Hotwire research says 52% of Aussie consumers are swayed by a brand's social + political stance

HOT003_theIssueWithBrands_V3.jpg52% of Australian consumers make their purchasing decisions based on a brand's stance on social or political issues, according to recent research commissioned by Hotwire, the global PR and communications agency.

Conducted by The Digital Edge in June 2017, the survey garnered responses from more than 1,500 Australian consumers aged between 18-74.

According to the survey, the top 3 social and political issues that have the greatest impact on consumer purchasing decisions are:

·         Fair Trade (39%)
·         Global warming (34%)
·         Animal cruelty (34%)
While 16% of respondents said they are more likely to buy from a brand if their views align with their own, a further 11% said they would encourage their peers to buy from that brand if their views were aligned as well. Furthermore, 23% said they are less likely to purchase with a brand who had misaligned views with their own, and a further 6% said they'd also discourage their peers from buying from that brand.

Considering overall responses, older respondents were indifferent to brands taking a stance on social or political issues in comparison to younger respondents who had a tendency to buy from brands based on value alignment.

Says Mylan Vu, country manager, Hotwire Australia: "With more brands joining political discussions on topics from fair trade to racism, it's important to recognise how this will resonate with consumers and their purchasing decisions. While more senior generations are preferring brands stay out of political debates, millennials - our future business, economic and political leaders - are wanting brands to engage more and will actually change how they spend their money accordingly. Brands without a stance on core political and social issues need to get off the fence if they're interested in engaging with and making money from future generations."

Consumers are also interested in hearing about certain issues over others from particular brands. For example, 25% of Australians are interested in knowing BHP Billiton's stance on global warming, while over 1 in 5 want to know Apple's (22%), Samsung's (21%), and Qantas' (21%) stance on fair trade.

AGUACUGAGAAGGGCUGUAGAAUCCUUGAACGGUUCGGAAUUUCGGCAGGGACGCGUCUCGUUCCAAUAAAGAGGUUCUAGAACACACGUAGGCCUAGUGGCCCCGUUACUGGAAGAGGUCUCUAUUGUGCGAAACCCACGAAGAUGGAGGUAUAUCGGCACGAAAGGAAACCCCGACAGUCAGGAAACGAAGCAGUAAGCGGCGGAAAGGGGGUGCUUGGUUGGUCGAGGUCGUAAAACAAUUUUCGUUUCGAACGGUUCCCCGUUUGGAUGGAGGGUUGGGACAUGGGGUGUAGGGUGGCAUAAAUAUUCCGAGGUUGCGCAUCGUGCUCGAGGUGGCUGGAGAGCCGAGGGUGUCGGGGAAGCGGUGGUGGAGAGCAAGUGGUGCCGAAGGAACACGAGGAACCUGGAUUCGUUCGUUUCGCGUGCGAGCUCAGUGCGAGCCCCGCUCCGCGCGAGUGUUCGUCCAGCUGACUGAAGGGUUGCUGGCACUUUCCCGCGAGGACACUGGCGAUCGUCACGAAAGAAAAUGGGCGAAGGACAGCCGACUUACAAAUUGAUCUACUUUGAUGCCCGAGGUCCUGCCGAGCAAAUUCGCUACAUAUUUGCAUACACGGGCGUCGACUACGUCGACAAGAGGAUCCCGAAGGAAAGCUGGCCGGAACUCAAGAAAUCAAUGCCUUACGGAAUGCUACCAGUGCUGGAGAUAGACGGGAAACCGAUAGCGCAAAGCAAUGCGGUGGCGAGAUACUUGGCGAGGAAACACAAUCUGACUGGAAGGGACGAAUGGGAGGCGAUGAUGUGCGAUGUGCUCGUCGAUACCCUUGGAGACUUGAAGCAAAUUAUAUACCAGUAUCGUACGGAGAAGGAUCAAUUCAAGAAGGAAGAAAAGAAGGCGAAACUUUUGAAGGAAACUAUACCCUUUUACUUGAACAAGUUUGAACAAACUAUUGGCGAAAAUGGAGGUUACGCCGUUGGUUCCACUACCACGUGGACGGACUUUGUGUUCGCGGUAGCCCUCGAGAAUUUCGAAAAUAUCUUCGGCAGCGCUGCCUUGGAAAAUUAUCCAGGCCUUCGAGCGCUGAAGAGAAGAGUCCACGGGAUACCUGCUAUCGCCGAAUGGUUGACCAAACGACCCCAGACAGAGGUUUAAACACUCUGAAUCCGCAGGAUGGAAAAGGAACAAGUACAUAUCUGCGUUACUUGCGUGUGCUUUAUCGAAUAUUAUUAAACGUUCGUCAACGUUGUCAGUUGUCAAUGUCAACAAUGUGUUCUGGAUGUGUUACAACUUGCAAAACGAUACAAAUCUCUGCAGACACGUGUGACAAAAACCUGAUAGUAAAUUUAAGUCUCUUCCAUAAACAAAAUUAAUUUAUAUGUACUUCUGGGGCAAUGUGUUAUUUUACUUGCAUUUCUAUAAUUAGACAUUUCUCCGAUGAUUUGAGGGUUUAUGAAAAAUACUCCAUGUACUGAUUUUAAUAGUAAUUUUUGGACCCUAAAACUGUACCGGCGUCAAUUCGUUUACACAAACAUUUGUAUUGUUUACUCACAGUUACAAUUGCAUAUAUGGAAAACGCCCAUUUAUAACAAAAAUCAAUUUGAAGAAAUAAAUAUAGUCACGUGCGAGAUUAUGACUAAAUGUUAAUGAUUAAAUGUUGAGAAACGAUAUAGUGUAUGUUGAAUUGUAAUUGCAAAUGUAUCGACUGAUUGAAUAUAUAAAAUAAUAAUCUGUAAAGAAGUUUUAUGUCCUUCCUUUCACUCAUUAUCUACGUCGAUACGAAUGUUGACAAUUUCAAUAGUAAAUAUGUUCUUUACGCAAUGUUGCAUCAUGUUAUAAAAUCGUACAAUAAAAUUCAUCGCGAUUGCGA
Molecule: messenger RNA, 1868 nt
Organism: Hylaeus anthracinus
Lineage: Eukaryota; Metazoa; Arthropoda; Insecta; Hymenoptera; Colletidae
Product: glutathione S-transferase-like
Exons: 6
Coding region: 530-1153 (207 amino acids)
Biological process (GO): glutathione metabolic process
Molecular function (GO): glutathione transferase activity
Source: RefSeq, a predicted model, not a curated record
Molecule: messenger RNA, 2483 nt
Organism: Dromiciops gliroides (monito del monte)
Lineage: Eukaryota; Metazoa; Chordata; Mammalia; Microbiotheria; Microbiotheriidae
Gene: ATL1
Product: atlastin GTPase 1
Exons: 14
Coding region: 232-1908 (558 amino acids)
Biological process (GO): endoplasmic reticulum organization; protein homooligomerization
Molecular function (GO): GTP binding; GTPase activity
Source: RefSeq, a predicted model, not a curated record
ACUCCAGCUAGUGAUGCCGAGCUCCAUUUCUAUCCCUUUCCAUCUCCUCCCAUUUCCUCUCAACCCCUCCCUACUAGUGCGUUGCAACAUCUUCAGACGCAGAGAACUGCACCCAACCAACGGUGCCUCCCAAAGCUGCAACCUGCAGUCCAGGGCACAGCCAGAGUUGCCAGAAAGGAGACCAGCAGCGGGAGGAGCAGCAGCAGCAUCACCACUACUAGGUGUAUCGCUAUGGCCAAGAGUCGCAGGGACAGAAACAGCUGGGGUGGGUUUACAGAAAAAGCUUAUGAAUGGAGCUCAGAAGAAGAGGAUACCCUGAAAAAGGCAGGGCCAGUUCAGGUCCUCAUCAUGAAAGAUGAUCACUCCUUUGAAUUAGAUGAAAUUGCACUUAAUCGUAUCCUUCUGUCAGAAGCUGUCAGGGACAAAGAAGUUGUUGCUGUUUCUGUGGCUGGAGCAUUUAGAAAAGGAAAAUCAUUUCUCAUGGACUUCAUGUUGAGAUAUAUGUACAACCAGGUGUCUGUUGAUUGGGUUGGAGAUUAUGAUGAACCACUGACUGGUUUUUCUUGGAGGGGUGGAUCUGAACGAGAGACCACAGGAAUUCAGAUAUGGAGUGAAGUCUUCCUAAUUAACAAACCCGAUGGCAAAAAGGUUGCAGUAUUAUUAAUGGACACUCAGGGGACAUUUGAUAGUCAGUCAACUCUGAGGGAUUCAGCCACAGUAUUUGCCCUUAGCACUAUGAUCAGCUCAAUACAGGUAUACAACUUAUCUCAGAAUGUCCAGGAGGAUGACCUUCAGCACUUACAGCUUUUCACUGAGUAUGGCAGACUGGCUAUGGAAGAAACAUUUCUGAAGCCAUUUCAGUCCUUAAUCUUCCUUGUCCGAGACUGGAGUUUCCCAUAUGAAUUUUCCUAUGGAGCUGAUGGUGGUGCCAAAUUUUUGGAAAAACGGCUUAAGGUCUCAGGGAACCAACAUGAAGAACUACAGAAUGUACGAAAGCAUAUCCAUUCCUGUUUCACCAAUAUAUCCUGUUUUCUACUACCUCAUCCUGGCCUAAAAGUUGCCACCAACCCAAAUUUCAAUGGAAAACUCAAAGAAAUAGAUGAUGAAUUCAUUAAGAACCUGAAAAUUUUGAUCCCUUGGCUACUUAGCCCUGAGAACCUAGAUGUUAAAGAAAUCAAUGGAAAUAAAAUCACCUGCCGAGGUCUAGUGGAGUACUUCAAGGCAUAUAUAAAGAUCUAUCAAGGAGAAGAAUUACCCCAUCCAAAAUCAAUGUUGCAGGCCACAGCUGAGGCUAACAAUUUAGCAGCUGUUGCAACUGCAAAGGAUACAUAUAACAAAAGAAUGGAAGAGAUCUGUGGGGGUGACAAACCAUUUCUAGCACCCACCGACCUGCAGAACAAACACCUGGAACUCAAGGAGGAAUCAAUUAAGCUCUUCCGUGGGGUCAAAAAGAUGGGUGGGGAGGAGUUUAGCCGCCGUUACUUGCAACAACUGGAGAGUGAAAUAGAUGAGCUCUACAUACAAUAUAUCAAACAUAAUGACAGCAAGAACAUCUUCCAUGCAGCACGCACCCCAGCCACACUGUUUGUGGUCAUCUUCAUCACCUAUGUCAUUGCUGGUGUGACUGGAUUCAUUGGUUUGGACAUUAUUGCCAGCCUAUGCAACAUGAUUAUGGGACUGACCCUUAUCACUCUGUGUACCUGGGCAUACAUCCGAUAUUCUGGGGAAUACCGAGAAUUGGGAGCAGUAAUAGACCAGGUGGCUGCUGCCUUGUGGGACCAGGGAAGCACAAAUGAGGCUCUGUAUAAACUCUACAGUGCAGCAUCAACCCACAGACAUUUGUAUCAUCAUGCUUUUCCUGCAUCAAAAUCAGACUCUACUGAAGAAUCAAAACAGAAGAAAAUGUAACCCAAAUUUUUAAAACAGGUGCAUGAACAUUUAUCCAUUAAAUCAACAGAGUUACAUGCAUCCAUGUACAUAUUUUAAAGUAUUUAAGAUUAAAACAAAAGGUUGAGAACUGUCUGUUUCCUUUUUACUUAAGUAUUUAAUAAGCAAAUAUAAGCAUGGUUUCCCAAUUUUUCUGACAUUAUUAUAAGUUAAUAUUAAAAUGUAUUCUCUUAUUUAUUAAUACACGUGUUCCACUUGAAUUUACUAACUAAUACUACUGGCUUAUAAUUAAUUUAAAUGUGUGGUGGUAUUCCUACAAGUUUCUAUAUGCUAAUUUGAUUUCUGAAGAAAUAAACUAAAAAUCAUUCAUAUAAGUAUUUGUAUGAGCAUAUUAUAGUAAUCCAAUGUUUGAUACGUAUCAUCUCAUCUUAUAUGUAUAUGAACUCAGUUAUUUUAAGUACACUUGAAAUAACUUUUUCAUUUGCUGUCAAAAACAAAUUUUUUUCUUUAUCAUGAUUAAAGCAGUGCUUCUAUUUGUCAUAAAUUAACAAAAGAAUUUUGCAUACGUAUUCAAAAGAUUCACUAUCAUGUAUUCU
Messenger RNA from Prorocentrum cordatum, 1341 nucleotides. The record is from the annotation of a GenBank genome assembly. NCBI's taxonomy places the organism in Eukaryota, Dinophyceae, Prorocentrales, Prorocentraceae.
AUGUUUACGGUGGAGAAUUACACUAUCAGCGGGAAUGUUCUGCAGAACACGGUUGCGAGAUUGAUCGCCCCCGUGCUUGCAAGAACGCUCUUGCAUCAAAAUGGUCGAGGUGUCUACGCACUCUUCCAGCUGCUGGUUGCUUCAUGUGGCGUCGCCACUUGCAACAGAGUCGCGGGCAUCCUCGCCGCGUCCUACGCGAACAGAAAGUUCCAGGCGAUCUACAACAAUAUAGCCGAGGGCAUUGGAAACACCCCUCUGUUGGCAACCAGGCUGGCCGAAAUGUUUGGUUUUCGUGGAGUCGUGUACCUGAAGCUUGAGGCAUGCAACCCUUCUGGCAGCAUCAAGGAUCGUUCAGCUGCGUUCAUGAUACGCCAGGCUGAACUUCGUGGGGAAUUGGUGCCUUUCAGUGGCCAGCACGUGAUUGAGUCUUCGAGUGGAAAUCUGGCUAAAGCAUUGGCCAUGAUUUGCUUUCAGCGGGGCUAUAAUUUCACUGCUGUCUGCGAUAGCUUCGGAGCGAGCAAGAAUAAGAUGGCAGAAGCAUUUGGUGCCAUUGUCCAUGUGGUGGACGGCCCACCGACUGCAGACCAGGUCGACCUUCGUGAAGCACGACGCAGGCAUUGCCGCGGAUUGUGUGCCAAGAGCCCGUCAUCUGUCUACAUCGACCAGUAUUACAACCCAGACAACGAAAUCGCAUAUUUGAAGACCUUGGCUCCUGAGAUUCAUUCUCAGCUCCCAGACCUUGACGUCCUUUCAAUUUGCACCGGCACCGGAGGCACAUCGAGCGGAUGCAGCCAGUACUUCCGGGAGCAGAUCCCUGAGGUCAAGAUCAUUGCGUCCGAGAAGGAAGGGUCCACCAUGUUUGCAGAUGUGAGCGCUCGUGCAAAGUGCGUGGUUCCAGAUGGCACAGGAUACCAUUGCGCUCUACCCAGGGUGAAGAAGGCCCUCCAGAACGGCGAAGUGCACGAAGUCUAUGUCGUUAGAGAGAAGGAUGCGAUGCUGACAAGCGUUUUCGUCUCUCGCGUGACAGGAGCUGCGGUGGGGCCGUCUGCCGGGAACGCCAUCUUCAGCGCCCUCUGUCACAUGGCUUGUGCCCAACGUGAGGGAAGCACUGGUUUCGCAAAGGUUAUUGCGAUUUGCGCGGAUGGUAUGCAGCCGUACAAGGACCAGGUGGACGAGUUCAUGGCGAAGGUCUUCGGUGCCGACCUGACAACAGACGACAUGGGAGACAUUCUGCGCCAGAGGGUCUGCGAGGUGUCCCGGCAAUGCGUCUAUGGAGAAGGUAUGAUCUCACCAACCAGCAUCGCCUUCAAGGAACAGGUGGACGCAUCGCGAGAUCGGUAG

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Findings based on research conducted by The Digital Edge and commissioned by Hotwire Australia as part of The Issue with Brands report

Overall, 1 in 4 Australians would like to know a brand's stance on sexism (26%) and same sex marriage (23%).

Says Lee Naylor, managing director for The Leading Edge Asia Pacific: "Given all the talk about how to appeal to millennials, it will become more important for brands to connect with them on issues that they feel strongly about. This will be a difficult balancing act to get right and will prompt a backlash if seen as disingenuous."


The trouble with research said:

Researcher asks someone 'What's more important to you? Saving dolphins or saving a few cents on your tuna?"

Without blinking, the person says 'Dolphins!" (Everyone does. They even believe it when they say it).

But follow that person down the canned goods aisle half an hour later where brand B, which features a dead mother dolphin surrounded by crying baby dolphins on its label, is 50c a can cheaper, and the dolphins are proper fucked.

That's the tricky thing with consumers. We buy with our wallets first, heads second and hearts a distant third.

But we answer questions the other way round, because there's no skin in the game, and answering with our hearts first makes us look like better people - to ourselves as much as to others.

It's easy to lob a pie when Qantas gets behind same sex marriage (if that goes against your personal beliefs). It's much more difficult to choose a less convenient schedule or a more expensive flight when you're sitting on Webjet a few hours later.

Take this sort of research with a pinch of salt, because it's simply not true.

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